So, I’ve previously mentioned several new game audio courses that I’ve developed for the Music Tech program at Foothill College. (Actually, one of them is still just an outline that needs to be developed for next quarter, but I digress…) These classes are as cutting edge as we get in our industry, and there are some serious complications that come with exploring uncharted territory. When I wrote the very first edition of Avid’s Pro Tools for Game Audio textbook back in 2010, I had to figure out how to demonstrate the implementation of audio assets into an actual playable game. (The Pro Tools aspect of the book was no problem.) This required a great deal of research into available game development “engines,” of which only one was truly viable at the time: Unity. Unity was great because it had some decent audio capabilities, offered a number of demonstration game levels that could be used for the class, and especially because it’s free to use for game projects that generate less than $10,000 in revenue. (Ding! Ding! That’s definitely our situation…)
So we started down the path of using Unity for Avid’s book. We grabbed a couple of game levels, and spent a few thousand dollars having a programmer customize them for the book exercises. It mostly worked well, with a few back-and-forth development cycles and no major issues. Then, just as we were going to press with the book, Unity released a new version of their engine that broke some aspects of our game levels. Yikes! Nothing like that had ever happened with previous textbooks that I edited or authored. We scrambled to make some quick changes and went to press with about 98% functionality. In other words, I shipped a book that featured a software component that had KNOWN BUGS. All of a sudden, I was in the software development business in a way I hadn’t ever imagined. Anyway, we’re on the third edition of that book now. And there have been hiccups with the game levels that shipped with every edition.
Fast forward to Fall 2014. With the Winter Quarter quickly approaching, I found myself in a familiar position; I needed to put the final touches on the course materials for my Advanced Sound Design for Games course (which I’m currently teaching.) I had always planned for this course to use FMOD Studio (see below ad nauseum), but I needed to decide on a game engine (yet again). I really wanted to try something new after having used Unity for the past few years. Fortunately, the Unreal Engine from Epic Games had just added both a Mac OS version and FMOD Studio support a few months earlier(!). Now any logical, non-masochistic course developer would probably have run screaming in the other direction at the thought of building a course around an application that was effectively brand new. I am not that person. I jumped in head first and scrambled to make things work. And would you believe, it’s actually going pretty well. But not perfectly well.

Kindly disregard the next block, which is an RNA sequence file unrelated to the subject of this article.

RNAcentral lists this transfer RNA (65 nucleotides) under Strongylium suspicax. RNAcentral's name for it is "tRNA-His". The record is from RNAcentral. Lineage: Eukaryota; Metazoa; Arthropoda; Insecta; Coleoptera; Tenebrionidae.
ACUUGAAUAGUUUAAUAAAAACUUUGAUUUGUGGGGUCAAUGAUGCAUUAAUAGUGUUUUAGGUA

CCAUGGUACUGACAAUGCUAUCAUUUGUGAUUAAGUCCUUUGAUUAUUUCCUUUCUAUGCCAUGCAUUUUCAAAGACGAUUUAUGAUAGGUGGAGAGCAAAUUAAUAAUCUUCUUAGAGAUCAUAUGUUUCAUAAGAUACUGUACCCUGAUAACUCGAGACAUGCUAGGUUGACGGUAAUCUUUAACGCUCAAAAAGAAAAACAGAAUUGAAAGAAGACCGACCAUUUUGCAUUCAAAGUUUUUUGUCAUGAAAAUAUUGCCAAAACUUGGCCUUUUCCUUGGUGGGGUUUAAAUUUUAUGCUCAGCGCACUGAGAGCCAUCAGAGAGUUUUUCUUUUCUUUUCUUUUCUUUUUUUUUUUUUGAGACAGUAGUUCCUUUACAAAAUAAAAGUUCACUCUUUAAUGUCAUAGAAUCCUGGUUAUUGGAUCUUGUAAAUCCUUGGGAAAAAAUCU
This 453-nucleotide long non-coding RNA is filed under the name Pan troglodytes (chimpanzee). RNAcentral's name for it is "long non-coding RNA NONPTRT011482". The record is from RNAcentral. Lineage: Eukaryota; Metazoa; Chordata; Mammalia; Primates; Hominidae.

The first major issue occurred when I built the course exercises around a “First Person Shooter” game template. I put in several weeks of work preparing the game, which put me at about the 75% completion point. Then, one day, I loaded up the game and got a bunch of errors. Showstopping errors. And because I was working in completely uncharted territory no one at Epic or FMOD could provide the assistance I needed quickly enough. Did I mention I was pretty much working on Christmas day? So I scrapped the “First Person Shooter” template and found a much more simple template. This one was missing a lot of the cool stuff that I hoped would impress students, but it was much easier to adapt to my course exercises. And everything went off without a hitch (at the eleventh hour of course). I packaged up all the files, uploaded everything to my Google Drive, and started teaching the class.
Ah, you probably guessed that wasn’t the end of the story, right? So, things went pretty well until about the third week of class. For a variety of reasons, several of my students were running the very latest Mac OS (“Yosemite”). Sidebar–Industry Pros know to NEVER update their OS unless they have a very good reason to make the move, and they certainly never upgrade in the middle of a project. But these aren’t Industry Pros.–End Sidebar. And they quickly discovered that some basic functionality in FMOD Studio was not working. To their credit, FMOD quickly released an update that addressed the issue, but the deadline for the exercise had already passed. So, I was forced to extend the project deadline to accommodate those students. No big deal, really. But did I mention that the new version of FMOD Studio fixed the Yosemite problem but broke the functionality with Unreal? For a few more days anyway.
Yeah, that’s my life… I do it to myself. My wife always jokes that “college professor” is supposed to be the world’s least stressful job. And I always respond, “Not if you’re doing it properly.” And sure, I could back away from trying to keep students right up there on the cutting edge. But I just can’t help myself.